The piece below was written during the 2023 WGA and SAG-AFTRA strikes. Without the labor of the writers and actors currently on strike, the art being covered in this piece wouldn't exist.
Easily one of my most anticipated films at this year’s Fantastic Fest was Bertrand Mandico’s follow up to the surreal lesbian acid western After Blue – Conann. His latest uses some of the same actors, settings and even characters, from his recent short Rainer, a Vicious Dog in a Skull Valley, that was the story of a stage director (Christophe Bier) producing a female version of Conan the Barbarian during the pandemic. Exploring similar themes of that short – what an artist will endure for their art – the director makes a pact with the humanoid dog faced demon Rainer, to get his play made and it doesn’t go well as things do when pacts with demons are made. This is the same demon that shows up in Conann, which could be interpreted in two ways – Conann is the meta theatrical adaptation of said play, or that the character of Rainer has a special interest in this specific subject and that is why he appeared to this particular director as well.
Conann begins in ancient Cimmeria as envisioned through Bertrand Mandico’s phantasmagorical black and white glitter covered lens. A 15 year old Conann (Claire Duburcq) is taken as a slave by a tribe of all female barbarians after her mother is killed in front of her by their leader, Sanja (Julia Riedler). When Sanja’s leather jacket clad dog faced advisor Rainer (Elina Löwensohn) takes a special interest in the young girl, seeing her as someone who will become the “most barbaric of all the barbarians”, he assists Conann to begin her ascendancy to power, documenting it with his ever present camera, a stark contrast to the more period fantasy medieval surroundings. There’s a lot to unpack here as the film’s first act comes to a close as Conann not only poisons Sonja’s regime of troops, but is then killed by her 25 year-old self.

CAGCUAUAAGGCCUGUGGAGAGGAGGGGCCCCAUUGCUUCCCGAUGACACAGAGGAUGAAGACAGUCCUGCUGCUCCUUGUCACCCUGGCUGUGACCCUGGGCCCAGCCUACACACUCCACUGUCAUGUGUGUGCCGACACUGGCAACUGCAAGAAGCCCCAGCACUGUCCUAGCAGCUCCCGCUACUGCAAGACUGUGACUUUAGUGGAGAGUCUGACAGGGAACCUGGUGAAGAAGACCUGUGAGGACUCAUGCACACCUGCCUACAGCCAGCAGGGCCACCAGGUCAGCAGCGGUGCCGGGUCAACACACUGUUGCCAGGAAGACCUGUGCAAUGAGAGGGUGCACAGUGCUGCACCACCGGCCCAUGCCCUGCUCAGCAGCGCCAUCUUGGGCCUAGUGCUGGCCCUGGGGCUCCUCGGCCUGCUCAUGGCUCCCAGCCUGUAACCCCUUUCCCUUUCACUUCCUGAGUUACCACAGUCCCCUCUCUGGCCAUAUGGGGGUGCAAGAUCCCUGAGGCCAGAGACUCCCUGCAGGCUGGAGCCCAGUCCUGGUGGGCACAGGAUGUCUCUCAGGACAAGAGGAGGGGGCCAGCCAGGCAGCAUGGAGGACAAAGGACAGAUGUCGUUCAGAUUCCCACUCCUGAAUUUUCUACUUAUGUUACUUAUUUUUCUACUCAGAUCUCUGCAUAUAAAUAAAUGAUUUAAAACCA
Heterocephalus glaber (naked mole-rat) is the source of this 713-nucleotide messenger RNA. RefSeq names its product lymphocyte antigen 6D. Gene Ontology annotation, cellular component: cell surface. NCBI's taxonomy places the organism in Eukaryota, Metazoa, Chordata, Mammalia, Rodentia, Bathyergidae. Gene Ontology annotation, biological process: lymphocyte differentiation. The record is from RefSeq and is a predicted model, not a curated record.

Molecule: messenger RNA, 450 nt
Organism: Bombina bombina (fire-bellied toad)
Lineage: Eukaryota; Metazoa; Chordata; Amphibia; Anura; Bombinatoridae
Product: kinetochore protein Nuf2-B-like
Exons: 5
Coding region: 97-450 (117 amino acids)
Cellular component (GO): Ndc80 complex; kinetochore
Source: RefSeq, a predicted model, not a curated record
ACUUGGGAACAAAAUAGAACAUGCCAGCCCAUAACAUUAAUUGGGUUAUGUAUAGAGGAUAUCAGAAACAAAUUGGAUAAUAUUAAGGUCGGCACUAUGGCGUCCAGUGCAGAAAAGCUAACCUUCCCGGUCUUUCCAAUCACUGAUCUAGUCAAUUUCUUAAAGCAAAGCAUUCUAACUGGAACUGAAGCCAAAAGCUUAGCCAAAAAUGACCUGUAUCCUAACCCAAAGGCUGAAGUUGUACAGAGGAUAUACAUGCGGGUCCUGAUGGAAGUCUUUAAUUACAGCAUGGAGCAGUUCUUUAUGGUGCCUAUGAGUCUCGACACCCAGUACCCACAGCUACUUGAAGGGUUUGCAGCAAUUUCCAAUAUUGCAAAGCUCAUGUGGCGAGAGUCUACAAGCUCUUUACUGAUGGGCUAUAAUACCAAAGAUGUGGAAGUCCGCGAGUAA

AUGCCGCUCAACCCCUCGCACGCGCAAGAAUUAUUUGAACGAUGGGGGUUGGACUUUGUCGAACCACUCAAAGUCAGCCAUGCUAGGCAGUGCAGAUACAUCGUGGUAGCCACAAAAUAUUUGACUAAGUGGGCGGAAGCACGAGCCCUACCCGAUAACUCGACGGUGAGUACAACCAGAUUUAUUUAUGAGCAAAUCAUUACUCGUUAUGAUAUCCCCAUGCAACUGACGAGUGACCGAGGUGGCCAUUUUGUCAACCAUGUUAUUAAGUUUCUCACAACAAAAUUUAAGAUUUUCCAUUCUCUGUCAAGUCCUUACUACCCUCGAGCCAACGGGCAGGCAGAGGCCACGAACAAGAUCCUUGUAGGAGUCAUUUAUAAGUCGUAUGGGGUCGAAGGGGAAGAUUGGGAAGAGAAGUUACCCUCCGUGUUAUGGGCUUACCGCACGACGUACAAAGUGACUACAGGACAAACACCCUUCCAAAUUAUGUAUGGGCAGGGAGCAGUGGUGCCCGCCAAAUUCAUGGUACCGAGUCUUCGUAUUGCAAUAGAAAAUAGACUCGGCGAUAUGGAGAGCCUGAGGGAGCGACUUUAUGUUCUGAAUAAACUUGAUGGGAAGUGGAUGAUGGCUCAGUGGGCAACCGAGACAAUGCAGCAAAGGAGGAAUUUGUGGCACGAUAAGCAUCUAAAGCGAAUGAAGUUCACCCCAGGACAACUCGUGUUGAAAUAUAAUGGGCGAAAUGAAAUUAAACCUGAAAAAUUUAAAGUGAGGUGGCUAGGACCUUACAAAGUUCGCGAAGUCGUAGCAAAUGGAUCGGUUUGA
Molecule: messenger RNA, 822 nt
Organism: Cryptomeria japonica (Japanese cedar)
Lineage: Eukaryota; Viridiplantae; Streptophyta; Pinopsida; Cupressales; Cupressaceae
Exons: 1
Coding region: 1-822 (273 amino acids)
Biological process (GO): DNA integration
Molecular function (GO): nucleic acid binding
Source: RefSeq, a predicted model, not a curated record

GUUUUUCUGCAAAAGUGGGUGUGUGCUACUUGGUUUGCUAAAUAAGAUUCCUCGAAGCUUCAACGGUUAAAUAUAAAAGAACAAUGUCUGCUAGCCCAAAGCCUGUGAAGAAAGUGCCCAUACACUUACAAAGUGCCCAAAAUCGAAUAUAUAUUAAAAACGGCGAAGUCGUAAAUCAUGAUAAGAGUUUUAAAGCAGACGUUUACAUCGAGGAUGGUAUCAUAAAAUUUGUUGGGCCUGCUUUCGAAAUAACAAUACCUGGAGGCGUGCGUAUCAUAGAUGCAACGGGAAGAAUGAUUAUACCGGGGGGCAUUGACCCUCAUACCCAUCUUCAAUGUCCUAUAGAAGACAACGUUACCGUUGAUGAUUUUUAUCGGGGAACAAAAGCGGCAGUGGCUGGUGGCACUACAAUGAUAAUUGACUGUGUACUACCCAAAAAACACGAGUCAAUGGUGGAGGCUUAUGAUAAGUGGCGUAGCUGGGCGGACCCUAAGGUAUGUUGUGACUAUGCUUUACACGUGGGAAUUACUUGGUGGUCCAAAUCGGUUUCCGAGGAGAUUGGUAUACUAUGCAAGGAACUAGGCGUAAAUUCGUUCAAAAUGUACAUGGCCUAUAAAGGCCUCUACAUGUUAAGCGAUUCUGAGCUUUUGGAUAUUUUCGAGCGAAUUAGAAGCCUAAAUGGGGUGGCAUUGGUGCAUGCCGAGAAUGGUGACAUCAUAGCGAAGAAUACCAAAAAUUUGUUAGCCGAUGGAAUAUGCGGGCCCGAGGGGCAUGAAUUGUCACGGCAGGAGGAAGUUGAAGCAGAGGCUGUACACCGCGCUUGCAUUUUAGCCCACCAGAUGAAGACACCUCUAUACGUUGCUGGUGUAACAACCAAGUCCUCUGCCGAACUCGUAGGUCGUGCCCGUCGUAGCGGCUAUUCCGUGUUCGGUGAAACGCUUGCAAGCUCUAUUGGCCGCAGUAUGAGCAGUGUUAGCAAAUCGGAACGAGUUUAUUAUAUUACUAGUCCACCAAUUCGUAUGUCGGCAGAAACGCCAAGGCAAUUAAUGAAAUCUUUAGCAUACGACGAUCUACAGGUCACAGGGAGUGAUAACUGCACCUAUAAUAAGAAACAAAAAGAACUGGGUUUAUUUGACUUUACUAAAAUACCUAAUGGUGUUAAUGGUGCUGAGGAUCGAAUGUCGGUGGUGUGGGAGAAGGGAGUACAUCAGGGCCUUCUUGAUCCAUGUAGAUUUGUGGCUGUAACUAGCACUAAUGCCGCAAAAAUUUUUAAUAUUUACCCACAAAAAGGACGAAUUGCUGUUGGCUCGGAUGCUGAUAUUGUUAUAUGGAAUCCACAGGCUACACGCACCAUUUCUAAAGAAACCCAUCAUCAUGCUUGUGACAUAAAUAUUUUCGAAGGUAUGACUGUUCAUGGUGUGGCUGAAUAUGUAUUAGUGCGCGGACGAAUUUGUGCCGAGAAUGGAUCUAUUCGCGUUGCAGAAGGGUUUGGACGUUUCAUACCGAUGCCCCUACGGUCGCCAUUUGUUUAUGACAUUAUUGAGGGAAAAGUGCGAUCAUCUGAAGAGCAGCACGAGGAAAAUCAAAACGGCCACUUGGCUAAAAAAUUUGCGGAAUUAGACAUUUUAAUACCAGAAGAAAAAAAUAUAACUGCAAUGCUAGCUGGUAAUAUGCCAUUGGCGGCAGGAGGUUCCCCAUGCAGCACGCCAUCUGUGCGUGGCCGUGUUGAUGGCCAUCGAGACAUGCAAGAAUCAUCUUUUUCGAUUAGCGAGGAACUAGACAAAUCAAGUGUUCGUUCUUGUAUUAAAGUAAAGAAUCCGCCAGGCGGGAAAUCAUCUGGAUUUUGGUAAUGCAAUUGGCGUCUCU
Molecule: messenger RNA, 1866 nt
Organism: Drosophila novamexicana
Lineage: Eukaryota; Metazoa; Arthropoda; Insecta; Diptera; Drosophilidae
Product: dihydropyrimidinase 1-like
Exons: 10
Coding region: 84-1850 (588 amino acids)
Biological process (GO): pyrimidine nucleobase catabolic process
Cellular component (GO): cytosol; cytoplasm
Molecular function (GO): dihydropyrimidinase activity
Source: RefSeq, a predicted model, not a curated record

While this particular kill easily signifies the death of innocence. Conann’s lust for power triggers a 10 year cycle of reinvention and reincarnation, every 10 years as she continues up the proverbial ladder. The film uses this aspect that each new Conann is played by a different age appropriate actor to explore a few metaphors, the most pertinent and obvious being the sacrifices forced upon a woman of oneself to rise to power in the patriarchy. When Conann finds love, she takes a reprieve from ancient Cimmeria and her quest for power in the Bronx in the late 90s. It’s here the film sheds a bit of its metaphorical baggage and takes on a more intimate and autobiographical point of view. After an accident, this Conann, who is a stuntwoman in this time, is laid up at home recuperating, when she is caught cheating on her significant other.
Conann is then forced to make a choice by Rainer, between her blood drenched glory still awaiting her, or love, which throws the rest of the film into a downward spiral with the story reaching the depths of hell. Conann’s perversions only grow from there, as the fantasy elements are used to expand or highlight particular metaphorical readings of the story. The film is as dense as it is lush, with each new iteration of Conann telling its own distinct story. You could easily just pull apart the five different Conann’s and derive a meaning for each woman’s life and cause for having to kill herself in continually grotesque and horrific ways. This vicious cycle continues until the film reaches its gut-turning pinnacle set piece that reaches back to the price an artist is willing to pay for his art. It’s here at the culmination of the film, that it shows how truly vicious and grotesque the cyclic nature of Conann’s existence has become.
Like its protagonist Conann is so much more brooding and ambitious than After Blue with Bertrand Mandico toying with time, narrative and character here in ways that multiply the interpretations of this tale the more you gaze into Conann’s infinite abyss. The visceral and captivating story is one of love, regret and art and the price paid for all three. It’s not a particularly easy pill to swallow, or pleasant to look at, but that’s kind of the point here, nothing is pleasant, and nothing is easy as it seems. My only hope after viewing Conann is that Bertrand Mandico has something equally or more impressive to cap this fantasy sci-fi trilogy off with, because bringing these two together could easily make this a queer work for the ages.